Are Russian Stocks Worthless? Here is an important indicator that should not be ignored

Russian stocks may have recouped some of their post-invasion losses, but the MOEX Russia, one of the most closely watched benchmarks for Moscow equity trading, is still down 40% year-to-date in dollar terms, despite the Russian ruble relentlessly increased lately.

Those losses haven’t deterred troubled investors in the US and Europe, many of whom have gobbled up Russian stocks and Russian ADRs. Still, on at least one important measure of credit risk, it could be argued that Russian stocks are essentially worthless, at least according to a group of analysts at MSCI.

In a recent research note titled “Are Russian Stocks Worthless?”a handful of researchers from the global index manager examined the spread between Russian corporate credit default swaps and Russian equities.

“We note that trading in Russian corporate CDS has skyrocketed since the start of the Russia-Ukraine war. Increased trading activity may indicate that the CDS market contains information that is not present in the stock market. Therefore, our research incorporates the implied default probabilities of the CDS market to model Russian equity prices,” the MSCI team wrote in its release.

The default probability for Russia’s largest companies has risen from a pre-war level of just 20% to over 80% over the next five years, according to implied default rates priced into the CDS.

They illustrated the divergence between default risk implied by CDS trading levels in the chart below:

Source: MSCI

This would suggest that equity investors – a group currently restricted by the Russian government to exclude most foreign investors – are pricing in much lower default probabilities than those assigned by global credit markets. That dichotomy between owning CDS and stocks could be a factor driving the split, MSCI said.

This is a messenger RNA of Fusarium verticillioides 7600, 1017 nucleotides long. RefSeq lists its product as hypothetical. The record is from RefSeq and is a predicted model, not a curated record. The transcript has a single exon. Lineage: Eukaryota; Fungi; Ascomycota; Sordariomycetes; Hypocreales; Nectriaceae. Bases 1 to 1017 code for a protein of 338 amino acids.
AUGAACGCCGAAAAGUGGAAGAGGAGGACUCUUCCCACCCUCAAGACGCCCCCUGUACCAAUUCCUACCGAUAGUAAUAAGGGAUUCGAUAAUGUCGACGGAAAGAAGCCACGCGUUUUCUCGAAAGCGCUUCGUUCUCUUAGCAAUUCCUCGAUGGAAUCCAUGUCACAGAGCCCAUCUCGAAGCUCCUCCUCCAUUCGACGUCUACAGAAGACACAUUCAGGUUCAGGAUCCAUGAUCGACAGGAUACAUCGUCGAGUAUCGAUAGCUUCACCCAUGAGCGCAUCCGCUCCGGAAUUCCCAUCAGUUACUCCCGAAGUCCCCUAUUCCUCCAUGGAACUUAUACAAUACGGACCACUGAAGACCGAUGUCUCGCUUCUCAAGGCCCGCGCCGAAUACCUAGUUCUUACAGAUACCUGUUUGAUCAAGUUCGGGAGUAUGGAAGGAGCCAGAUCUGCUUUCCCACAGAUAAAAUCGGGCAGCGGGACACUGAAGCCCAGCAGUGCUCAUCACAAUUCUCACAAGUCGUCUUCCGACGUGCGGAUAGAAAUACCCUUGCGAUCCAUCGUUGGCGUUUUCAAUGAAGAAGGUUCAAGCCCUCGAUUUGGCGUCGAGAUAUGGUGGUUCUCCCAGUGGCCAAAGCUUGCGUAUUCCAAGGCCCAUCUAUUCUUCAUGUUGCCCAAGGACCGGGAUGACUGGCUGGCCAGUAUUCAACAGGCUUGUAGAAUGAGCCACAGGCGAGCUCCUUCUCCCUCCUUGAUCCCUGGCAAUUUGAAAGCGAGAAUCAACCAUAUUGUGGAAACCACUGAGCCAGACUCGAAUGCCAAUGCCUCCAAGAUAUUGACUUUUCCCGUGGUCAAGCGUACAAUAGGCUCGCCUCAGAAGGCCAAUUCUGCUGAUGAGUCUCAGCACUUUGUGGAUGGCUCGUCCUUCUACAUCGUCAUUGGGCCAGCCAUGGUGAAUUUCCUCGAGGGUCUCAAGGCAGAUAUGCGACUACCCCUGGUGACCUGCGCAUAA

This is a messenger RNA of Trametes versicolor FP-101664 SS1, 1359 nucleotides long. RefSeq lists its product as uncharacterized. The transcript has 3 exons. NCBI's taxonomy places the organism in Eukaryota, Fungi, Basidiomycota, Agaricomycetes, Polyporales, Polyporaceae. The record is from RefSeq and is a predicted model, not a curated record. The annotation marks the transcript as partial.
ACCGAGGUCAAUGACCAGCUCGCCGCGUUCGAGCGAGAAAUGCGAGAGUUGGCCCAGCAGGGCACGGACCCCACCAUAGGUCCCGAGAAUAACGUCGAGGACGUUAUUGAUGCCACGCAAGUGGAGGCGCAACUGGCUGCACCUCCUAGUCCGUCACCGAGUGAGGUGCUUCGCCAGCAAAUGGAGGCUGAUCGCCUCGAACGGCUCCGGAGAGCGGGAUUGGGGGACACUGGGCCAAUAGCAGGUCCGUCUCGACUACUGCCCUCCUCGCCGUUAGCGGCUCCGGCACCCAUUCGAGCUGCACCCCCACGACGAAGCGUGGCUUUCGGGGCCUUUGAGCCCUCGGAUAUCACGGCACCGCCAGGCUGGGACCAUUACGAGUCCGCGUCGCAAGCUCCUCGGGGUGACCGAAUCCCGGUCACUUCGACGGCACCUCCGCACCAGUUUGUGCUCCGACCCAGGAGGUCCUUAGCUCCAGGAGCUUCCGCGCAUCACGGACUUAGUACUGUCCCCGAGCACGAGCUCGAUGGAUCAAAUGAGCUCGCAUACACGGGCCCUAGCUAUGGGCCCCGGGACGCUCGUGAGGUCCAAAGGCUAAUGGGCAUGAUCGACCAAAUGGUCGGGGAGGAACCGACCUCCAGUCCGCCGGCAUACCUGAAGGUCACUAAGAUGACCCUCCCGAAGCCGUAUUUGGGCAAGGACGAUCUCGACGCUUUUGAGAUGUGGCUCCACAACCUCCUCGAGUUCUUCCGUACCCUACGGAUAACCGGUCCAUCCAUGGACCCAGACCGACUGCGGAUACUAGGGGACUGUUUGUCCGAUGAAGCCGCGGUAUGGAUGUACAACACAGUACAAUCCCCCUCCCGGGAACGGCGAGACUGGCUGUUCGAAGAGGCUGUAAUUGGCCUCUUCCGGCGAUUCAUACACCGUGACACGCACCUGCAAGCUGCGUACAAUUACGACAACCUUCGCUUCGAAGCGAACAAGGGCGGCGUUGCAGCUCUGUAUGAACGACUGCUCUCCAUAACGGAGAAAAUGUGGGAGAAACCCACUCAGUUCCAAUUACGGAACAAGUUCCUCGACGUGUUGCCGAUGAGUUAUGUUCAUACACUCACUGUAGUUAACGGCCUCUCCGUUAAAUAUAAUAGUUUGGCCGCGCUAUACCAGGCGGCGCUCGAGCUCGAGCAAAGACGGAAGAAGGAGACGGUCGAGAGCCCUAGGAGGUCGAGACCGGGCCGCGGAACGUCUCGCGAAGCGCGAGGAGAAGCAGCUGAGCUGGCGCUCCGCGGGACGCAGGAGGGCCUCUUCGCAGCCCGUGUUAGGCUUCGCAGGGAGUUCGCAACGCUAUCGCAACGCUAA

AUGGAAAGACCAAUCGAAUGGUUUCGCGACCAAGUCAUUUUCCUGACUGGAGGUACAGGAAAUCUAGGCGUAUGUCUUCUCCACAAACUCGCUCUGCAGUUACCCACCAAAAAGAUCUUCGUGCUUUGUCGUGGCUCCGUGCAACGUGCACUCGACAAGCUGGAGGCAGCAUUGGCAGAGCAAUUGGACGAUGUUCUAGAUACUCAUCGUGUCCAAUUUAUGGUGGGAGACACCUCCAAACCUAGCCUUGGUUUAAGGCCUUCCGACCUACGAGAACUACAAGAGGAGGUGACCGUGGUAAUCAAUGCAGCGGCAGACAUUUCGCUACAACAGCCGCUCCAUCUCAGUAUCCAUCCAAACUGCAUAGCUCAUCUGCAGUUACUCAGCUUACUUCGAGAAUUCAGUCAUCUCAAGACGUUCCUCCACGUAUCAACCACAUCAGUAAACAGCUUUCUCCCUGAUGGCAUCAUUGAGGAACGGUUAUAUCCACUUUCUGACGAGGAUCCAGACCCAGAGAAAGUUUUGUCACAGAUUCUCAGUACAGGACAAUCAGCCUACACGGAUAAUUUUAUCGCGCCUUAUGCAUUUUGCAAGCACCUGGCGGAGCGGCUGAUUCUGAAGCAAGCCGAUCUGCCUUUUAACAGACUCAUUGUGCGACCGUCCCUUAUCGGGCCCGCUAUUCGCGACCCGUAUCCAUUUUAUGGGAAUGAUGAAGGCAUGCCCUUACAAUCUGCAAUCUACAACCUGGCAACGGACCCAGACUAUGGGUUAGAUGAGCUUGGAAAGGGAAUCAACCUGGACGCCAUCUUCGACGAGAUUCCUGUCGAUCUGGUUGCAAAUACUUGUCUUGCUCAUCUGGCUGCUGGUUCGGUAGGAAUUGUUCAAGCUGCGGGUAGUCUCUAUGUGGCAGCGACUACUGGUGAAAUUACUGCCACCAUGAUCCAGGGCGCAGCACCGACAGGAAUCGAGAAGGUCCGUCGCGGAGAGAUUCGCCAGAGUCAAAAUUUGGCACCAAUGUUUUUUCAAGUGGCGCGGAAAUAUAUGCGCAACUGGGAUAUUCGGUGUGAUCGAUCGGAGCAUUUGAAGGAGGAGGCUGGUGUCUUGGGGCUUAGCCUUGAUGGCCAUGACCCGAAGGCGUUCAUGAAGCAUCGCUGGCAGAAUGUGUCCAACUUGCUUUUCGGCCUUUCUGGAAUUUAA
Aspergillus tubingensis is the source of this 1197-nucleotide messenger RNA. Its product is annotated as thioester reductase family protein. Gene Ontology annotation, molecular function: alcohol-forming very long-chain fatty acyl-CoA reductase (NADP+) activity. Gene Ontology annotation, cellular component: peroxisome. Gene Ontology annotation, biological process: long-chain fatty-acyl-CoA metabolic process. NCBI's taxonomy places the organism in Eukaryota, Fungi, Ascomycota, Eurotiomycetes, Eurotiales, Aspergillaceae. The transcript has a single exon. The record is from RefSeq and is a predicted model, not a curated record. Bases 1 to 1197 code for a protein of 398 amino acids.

“A basic explanation for the split is that investors trading in one market are not trading in the other. Most foreigners are unable to trade Russian stocks and CDS are only available to institutional investors,” MSCI said.

Another reason is the heightened likelihood of a “technical” default, which has risen since the US Treasury Department blocked the Russian government from making bond payments to foreign bondholders earlier this week, a move that appears to have put Russia in an embarrassing (and… possibly economic) situation intended to force destabilizing) technical failure.

While the Biden administration imposed sanctions on Russia’s central bank shortly after invading Ukraine, it allowed an exemption that allowed Russia to pay its foreign bondholders. However, when that exemption expired this week, the Biden administration confirmed it would not be renewed.

Although MSCI analysts acknowledged that this artificial default pressure could lead to distortions in the Russian CDS market, the current state of the Russian economy means that “every part of the market has experienced some degree of distortion”.

What could fix this? Well, the MSCI team wrote that “greater price consistency is possible when the Russian markets and economy reopen and re-integrate and the extensive international sanctions are lifted.” Are Russian Stocks Worthless? Here is an important indicator that should not be ignored

Brian Lowry

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